KOLB: Joe Biden’s State Of Dis-Union Speech

(Photo by Greg Nash-Pool/Getty Images)

Charles Kolb Charles Kolb was deputy assistant to the president for domestic policy from 1990-1992 in the George H.W. Bush White House
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Presidential State of the Union addresses are often delivered in January. The White House has announced that President Joe Biden will give his first SOTU address to Congress on March 1, roughly six weeks from now.

Last week in Atlanta, Biden delivered what amounted to his first State of Dis-Union speech when he asked Congress to enact his voting bills. Biden portrayed a nation at war with itself, as he branded his political opponents as dangerous subversives.

So much for the national unity Biden promised in last year’s inaugural address. Biden’s Atlanta remarks have drawn bipartisan criticism, and you must wonder what prompted the president  to offer up such red meat vitriol at a time when so many Americans are unsettled about the nation’s future.

This is not a good time to be a White House speechwriter, but be assured: preparations for feeding Biden’s teleprompter are well underway. Those speechwriters will need all the extra time.

As recent polling indicates, over 60% of Americans believe the country is on the wrong track.

So what does Biden do? What does he say?

Should he agree with most Americans, or suggest that they really can’t believe the unambiguous, nonpartisan evidence that keeps piling up right before them, day after day?

Afghanistan. COVID. An open border. Rising energy prices. Rampant inflation. Supermarket shortages. Racial tensions. Escalating violent crime. China. Russia. Iran.

No doubt Biden hopes that by moving his address to a later-than-usual date his presidential metrics will have improved by then.

In preparing for this annual ritual, White House speechwriters develop multiple drafts and receive input from sources in and out of government. The West Wing policy folks are on the receiving end of (mostly unsolicited) phone calls and e-mails from Cabinet members, sub-Cabinet members, members of Congress, governors, major donors, lobbyists and “friends of Joe,” all touting some miracle cure policy that deserves at least a mention in the president’s speech.

State of the Union speeches are not known for their inspiring, memorable rhetoric. For the most part, these annual exercises in bombast have become laundry lists of partisan proposals crafted to obtain the maximum number of televised standing ovations and sustained applause, dutifully calculated and reported by post-speech pundits.

President John Adams delivered the first in-person State of the Union address to a joint congressional session in the Capitol in 1800. Subsequent presidential addresses were written messages hand-delivered annually to Congress. In 1913, President Woodrow Wilson revived Adams’s approach by delivering his State of the Union message in person.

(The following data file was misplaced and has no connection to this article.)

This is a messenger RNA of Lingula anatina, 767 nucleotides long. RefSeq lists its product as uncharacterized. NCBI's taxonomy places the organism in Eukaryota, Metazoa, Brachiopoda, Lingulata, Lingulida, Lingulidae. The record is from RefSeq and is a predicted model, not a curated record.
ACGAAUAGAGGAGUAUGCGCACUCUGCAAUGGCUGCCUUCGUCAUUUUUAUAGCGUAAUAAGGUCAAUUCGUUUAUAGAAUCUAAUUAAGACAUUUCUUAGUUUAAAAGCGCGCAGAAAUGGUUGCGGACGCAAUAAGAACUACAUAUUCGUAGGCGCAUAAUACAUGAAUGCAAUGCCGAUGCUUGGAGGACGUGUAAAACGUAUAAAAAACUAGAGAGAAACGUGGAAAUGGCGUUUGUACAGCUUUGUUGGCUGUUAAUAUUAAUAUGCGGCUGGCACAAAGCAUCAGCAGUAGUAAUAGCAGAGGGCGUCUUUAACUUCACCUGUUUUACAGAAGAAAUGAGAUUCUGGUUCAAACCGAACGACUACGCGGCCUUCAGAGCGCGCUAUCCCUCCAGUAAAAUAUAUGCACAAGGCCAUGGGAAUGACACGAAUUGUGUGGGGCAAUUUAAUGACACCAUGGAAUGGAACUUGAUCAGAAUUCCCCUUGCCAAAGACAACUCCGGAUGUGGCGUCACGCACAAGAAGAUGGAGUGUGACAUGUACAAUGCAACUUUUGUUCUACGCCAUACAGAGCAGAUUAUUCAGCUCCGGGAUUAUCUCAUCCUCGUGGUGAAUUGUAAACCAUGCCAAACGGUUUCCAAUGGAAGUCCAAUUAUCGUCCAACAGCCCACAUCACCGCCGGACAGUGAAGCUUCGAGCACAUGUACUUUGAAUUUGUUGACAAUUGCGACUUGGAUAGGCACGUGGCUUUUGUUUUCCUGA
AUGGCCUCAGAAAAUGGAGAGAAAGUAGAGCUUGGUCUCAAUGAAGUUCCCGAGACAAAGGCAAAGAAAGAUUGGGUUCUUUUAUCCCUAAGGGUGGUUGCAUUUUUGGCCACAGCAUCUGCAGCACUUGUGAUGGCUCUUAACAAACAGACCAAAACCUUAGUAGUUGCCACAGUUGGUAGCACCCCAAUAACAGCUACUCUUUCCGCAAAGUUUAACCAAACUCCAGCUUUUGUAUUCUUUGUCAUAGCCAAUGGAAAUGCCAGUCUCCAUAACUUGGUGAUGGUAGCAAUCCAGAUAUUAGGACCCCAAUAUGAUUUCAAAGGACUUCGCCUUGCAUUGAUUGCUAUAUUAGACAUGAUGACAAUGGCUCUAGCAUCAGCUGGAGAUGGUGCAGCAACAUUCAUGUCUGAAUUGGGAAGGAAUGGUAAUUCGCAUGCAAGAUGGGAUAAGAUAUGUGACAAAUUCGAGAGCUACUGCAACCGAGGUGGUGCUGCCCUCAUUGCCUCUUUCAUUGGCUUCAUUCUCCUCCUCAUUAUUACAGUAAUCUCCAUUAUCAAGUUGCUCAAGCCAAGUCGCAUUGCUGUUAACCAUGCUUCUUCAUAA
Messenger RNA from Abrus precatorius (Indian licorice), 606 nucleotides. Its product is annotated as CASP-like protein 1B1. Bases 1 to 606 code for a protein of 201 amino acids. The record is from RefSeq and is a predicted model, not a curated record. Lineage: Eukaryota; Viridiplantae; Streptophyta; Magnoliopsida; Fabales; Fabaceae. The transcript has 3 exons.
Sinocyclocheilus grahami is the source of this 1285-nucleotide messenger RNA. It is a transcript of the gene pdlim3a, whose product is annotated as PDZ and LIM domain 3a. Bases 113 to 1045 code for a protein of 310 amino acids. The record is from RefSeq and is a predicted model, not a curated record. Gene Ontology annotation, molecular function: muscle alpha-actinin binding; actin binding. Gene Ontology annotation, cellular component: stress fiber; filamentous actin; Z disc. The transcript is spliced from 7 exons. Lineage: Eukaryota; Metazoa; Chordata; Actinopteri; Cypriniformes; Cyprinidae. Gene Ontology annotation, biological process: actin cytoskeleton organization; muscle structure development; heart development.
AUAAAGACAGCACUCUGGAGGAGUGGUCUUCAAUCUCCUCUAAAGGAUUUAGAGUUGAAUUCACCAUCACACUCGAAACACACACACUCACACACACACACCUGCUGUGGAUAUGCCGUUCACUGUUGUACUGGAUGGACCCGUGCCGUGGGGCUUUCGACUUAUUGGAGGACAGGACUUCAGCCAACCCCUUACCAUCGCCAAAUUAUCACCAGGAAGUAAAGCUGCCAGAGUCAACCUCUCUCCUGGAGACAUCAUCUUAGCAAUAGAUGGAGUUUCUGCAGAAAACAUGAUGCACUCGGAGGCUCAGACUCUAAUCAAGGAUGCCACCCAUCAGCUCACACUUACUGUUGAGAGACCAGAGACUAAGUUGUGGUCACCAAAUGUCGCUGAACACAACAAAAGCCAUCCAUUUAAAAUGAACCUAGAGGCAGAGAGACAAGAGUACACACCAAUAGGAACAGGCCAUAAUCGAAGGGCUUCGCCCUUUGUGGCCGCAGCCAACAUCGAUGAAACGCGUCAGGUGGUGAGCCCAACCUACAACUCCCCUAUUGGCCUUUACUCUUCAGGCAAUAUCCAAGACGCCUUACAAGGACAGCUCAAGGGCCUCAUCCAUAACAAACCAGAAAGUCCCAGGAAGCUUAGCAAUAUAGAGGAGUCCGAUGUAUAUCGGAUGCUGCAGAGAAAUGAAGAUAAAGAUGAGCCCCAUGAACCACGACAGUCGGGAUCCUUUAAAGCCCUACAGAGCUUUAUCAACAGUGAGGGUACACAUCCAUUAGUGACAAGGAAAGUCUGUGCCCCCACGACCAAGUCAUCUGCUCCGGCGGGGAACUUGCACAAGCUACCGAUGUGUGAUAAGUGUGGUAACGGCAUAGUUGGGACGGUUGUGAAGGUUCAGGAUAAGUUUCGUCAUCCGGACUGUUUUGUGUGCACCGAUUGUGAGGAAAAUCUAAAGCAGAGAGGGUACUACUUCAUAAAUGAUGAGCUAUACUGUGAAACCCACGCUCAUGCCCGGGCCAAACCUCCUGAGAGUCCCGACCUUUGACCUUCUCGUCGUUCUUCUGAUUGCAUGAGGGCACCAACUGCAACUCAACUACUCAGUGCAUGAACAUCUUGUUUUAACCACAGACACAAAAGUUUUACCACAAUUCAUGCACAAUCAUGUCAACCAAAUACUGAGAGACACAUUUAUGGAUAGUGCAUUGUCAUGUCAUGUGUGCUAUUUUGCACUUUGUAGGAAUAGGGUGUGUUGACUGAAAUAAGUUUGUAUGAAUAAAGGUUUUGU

As with any speech, the first issue is its content, and that is where Joe Biden faces an enormous obstacle: what does this president actually believe? What does he really want to accomplish?

A year ago, in his inaugural address, Biden spoke about healing and uniting the nation. Yet, he has governed not as the moderate centrist Democrat most Americans expected but rather as an extreme progressive who has catered to the Bernie Sanders-Alexandria Ocasio-Cortez wing of the Democratic Party.

Is Biden’s behavior surprising? Not really when you consider an important aspect of his personal history and character: his serial plagiarism. First in 1965 as a law student at Syracuse University College of Law and again in 1987 when, during a presidential primary debate, he lifted passages verbatim from remarks given by former British Labour Party leader Neil Kinnock. Biden’s campaign imploded immediately thereafter.

Why do people plagiarize other people’s work? There are basically three reasons: they’re lazy; they have no ideas of their own; or they’ve made a careless, innocent mistake.

Researchers and writers have admitted to innocent mistakes, especially when taking notes from a source and being somewhat sloppy in omitting quotation marks and attributions. This was not Joe Biden’s excuse.

Joe Biden has spent a good portion of his adult life living in a world of other people’s words. No one expects a president to draft all of his speeches, and there’s nothing wrong with having a bevy of speechwriters on call.

But Joe Biden’s presidency thus far has shown us a man who doesn’t know his own mind. Bernie Sanders basically drafted Biden’s domestic agenda, and at almost all of his public appearances, Biden reads somebody else’s words fed into a teleprompter. Untethered from that technology, Biden frequently lapses into incoherence.

Who is Joe Biden today? What does he really think? And can he tell us, in his own words, what’s the real state of Joe Biden?

Charles Kolb served as Deputy Assistant to the President for Domestic Policy from 1990-1992 in the George H.W. Bush White House